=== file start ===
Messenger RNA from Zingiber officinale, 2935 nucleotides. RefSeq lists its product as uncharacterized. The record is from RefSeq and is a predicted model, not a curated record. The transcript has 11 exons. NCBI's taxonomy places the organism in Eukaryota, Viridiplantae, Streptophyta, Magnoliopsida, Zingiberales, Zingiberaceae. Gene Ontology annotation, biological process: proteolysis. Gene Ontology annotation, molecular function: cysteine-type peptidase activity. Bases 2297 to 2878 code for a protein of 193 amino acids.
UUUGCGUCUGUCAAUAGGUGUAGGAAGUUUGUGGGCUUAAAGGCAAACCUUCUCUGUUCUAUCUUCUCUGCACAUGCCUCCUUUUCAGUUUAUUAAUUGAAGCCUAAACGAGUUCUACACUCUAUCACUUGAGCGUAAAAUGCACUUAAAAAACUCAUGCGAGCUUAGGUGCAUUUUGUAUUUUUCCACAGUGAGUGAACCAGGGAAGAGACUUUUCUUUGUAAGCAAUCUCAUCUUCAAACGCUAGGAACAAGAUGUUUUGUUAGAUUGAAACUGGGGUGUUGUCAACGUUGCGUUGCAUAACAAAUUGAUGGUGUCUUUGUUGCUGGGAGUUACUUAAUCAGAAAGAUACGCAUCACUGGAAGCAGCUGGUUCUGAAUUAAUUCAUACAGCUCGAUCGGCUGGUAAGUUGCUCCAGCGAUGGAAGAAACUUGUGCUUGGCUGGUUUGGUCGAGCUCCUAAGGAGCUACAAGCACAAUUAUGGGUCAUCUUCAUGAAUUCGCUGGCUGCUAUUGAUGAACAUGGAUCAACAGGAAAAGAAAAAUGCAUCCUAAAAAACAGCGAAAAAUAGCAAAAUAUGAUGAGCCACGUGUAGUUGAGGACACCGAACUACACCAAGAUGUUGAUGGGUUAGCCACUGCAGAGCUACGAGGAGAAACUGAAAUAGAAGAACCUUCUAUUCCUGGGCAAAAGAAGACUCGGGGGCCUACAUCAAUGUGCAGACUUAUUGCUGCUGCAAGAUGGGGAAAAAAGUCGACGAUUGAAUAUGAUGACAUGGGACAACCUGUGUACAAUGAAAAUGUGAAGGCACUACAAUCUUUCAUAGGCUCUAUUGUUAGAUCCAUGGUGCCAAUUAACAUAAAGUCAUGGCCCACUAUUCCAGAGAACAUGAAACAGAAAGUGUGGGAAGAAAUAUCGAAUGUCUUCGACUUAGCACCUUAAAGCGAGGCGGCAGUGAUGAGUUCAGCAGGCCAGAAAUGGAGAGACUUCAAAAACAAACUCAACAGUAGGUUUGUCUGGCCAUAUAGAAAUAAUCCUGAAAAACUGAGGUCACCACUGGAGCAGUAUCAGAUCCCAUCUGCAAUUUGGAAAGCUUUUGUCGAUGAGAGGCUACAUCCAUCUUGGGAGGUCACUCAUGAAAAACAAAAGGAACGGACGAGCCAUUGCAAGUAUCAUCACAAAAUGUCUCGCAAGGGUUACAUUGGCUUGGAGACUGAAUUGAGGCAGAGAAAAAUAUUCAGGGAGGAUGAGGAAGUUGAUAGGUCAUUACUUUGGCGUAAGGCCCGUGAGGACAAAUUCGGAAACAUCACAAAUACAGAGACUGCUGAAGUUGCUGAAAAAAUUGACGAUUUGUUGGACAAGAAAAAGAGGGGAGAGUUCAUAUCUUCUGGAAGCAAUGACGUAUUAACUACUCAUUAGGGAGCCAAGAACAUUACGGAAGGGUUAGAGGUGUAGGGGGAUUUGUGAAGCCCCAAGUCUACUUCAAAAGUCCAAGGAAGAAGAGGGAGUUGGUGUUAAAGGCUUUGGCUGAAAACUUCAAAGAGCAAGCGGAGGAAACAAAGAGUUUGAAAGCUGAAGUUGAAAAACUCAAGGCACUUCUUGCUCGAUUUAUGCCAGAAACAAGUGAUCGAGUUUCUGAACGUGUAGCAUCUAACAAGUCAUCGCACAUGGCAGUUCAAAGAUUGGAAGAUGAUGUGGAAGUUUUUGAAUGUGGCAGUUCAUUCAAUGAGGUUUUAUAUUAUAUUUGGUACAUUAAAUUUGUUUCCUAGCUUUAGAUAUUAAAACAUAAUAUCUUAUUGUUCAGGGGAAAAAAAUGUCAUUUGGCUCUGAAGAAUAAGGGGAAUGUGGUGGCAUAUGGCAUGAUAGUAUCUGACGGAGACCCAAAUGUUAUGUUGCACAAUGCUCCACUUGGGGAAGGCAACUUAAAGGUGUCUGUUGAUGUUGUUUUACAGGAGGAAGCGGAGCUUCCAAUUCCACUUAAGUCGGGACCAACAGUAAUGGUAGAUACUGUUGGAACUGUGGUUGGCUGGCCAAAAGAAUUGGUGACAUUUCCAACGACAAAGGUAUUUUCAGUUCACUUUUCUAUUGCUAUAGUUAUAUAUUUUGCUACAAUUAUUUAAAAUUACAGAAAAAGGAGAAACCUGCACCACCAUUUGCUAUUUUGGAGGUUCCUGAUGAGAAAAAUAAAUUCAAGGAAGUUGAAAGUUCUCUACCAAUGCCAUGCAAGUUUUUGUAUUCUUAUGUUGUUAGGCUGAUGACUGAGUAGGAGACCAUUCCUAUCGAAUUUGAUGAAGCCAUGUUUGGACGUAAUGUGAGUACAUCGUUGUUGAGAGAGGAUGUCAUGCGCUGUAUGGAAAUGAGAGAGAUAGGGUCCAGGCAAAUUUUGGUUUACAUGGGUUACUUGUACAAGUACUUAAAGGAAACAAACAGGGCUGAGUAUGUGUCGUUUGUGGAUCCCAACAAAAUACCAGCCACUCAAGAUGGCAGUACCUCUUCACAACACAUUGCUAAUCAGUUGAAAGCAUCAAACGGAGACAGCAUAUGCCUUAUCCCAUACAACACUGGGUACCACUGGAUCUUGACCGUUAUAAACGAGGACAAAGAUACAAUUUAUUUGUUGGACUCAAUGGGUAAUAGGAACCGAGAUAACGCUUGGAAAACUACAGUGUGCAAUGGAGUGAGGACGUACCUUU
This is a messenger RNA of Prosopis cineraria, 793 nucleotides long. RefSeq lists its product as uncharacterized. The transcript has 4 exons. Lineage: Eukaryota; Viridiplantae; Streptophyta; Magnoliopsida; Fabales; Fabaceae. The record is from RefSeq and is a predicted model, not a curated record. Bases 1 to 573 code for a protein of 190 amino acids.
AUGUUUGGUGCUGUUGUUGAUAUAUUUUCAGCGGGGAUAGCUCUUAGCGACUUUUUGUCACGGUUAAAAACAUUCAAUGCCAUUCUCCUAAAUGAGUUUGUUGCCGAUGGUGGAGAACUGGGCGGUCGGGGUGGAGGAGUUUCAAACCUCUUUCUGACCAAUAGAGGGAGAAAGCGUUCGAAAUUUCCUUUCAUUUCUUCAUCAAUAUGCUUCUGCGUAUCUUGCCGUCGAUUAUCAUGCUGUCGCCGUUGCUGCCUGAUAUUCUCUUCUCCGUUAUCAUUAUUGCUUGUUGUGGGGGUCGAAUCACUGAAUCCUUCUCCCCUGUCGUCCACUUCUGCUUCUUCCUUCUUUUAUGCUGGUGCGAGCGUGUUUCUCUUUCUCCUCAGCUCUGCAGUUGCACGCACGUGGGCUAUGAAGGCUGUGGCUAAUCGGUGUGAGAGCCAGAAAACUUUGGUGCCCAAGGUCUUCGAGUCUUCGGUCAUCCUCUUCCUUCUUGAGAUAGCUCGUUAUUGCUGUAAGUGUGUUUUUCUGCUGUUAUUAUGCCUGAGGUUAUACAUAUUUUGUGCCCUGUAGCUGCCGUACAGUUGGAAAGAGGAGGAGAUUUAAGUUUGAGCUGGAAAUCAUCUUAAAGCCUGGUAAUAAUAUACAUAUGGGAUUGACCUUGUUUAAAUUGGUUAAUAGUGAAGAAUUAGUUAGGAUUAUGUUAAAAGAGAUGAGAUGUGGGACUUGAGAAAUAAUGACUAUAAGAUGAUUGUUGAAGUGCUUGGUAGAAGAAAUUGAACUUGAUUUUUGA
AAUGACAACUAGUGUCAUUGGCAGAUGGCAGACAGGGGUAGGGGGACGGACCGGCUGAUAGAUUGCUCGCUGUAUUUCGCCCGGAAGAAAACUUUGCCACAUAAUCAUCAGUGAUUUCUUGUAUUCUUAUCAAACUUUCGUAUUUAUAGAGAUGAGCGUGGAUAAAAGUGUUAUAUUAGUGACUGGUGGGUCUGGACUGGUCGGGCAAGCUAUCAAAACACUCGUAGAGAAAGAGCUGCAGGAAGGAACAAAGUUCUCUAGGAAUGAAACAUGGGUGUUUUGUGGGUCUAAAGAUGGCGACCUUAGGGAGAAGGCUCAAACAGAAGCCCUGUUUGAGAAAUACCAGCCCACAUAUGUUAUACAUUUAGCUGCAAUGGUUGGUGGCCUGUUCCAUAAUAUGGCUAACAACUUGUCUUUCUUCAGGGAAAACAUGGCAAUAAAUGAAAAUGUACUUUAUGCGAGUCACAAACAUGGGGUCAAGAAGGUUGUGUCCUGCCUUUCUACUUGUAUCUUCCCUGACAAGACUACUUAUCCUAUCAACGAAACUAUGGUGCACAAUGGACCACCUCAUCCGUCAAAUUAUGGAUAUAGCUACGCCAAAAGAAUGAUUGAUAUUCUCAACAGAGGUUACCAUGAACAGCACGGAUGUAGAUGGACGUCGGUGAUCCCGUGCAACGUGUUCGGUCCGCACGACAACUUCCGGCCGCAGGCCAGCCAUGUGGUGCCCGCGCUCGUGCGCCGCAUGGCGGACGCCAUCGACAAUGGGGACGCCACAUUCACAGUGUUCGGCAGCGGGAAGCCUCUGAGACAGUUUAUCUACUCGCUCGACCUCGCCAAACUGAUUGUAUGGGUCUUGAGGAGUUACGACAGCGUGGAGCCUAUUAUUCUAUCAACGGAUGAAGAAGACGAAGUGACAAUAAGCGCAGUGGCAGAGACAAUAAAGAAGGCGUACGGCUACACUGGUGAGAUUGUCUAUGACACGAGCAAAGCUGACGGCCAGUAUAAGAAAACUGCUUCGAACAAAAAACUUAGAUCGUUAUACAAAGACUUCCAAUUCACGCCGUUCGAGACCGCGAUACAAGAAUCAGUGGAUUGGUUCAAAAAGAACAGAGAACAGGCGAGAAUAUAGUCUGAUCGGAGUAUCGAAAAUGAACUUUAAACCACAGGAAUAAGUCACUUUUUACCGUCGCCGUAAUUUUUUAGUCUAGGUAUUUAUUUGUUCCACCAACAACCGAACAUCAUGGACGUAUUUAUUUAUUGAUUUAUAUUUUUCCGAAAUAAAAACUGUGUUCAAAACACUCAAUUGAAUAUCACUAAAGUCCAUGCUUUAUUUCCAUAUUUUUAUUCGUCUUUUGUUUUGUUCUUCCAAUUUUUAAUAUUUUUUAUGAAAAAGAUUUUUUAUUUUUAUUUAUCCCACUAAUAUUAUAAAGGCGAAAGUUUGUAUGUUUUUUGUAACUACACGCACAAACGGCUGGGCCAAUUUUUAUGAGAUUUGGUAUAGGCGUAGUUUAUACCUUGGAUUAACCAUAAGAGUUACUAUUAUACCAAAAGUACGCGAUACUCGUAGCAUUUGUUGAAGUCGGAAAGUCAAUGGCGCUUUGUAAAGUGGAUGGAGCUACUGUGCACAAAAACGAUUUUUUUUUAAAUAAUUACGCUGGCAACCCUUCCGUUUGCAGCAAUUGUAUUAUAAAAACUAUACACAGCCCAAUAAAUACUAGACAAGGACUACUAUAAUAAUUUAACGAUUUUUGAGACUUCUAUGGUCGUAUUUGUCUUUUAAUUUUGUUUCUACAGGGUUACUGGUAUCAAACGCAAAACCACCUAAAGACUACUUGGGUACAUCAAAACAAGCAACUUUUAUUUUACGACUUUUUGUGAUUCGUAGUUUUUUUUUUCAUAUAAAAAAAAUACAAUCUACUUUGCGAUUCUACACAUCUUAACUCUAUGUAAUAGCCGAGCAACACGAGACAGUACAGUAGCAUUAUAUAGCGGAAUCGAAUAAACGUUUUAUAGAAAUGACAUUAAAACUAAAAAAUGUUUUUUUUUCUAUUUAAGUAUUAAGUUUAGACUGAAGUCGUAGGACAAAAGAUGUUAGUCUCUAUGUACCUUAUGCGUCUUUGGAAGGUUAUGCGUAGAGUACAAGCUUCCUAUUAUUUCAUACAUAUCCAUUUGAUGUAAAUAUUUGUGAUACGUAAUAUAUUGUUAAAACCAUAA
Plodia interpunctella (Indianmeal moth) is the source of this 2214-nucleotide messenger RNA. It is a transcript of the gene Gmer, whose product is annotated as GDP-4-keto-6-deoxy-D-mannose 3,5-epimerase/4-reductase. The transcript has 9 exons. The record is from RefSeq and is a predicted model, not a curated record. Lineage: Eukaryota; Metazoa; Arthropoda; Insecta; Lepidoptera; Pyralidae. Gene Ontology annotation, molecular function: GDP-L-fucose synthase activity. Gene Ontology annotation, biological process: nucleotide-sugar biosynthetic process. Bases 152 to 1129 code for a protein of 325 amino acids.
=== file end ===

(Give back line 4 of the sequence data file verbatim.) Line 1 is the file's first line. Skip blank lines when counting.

AUGUUUGGUGCUGUUGUUGAUAUAUUUUCAGCGGGGAUAGCUCUUAGCGACUUUUUGUCACGGUUAAAAACAUUCAAUGCCAUUCUCCUAAAUGAGUUUGUUGCCGAUGGUGGAGAACUGGGCGGUCGGGGUGGAGGAGUUUCAAACCUCUUUCUGACCAAUAGAGGGAGAAAGCGUUCGAAAUUUCCUUUCAUUUCUUCAUCAAUAUGCUUCUGCGUAUCUUGCCGUCGAUUAUCAUGCUGUCGCCGUUGCUGCCUGAUAUUCUCUUCUCCGUUAUCAUUAUUGCUUGUUGUGGGGGUCGAAUCACUGAAUCCUUCUCCCCUGUCGUCCACUUCUGCUUCUUCCUUCUUUUAUGCUGGUGCGAGCGUGUUUCUCUUUCUCCUCAGCUCUGCAGUUGCACGCACGUGGGCUAUGAAGGCUGUGGCUAAUCGGUGUGAGAGCCAGAAAACUUUGGUGCCCAAGGUCUUCGAGUCUUCGGUCAUCCUCUUCCUUCUUGAGAUAGCUCGUUAUUGCUGUAAGUGUGUUUUUCUGCUGUUAUUAUGCCUGAGGUUAUACAUAUUUUGUGCCCUGUAGCUGCCGUACAGUUGGAAAGAGGAGGAGAUUUAAGUUUGAGCUGGAAAUCAUCUUAAAGCCUGGUAAUAAUAUACAUAUGGGAUUGACCUUGUUUAAAUUGGUUAAUAGUGAAGAAUUAGUUAGGAUUAUGUUAAAAGAGAUGAGAUGUGGGACUUGAGAAAUAAUGACUAUAAGAUGAUUGUUGAAGUGCUUGGUAGAAGAAAUUGAACUUGAUUUUUGA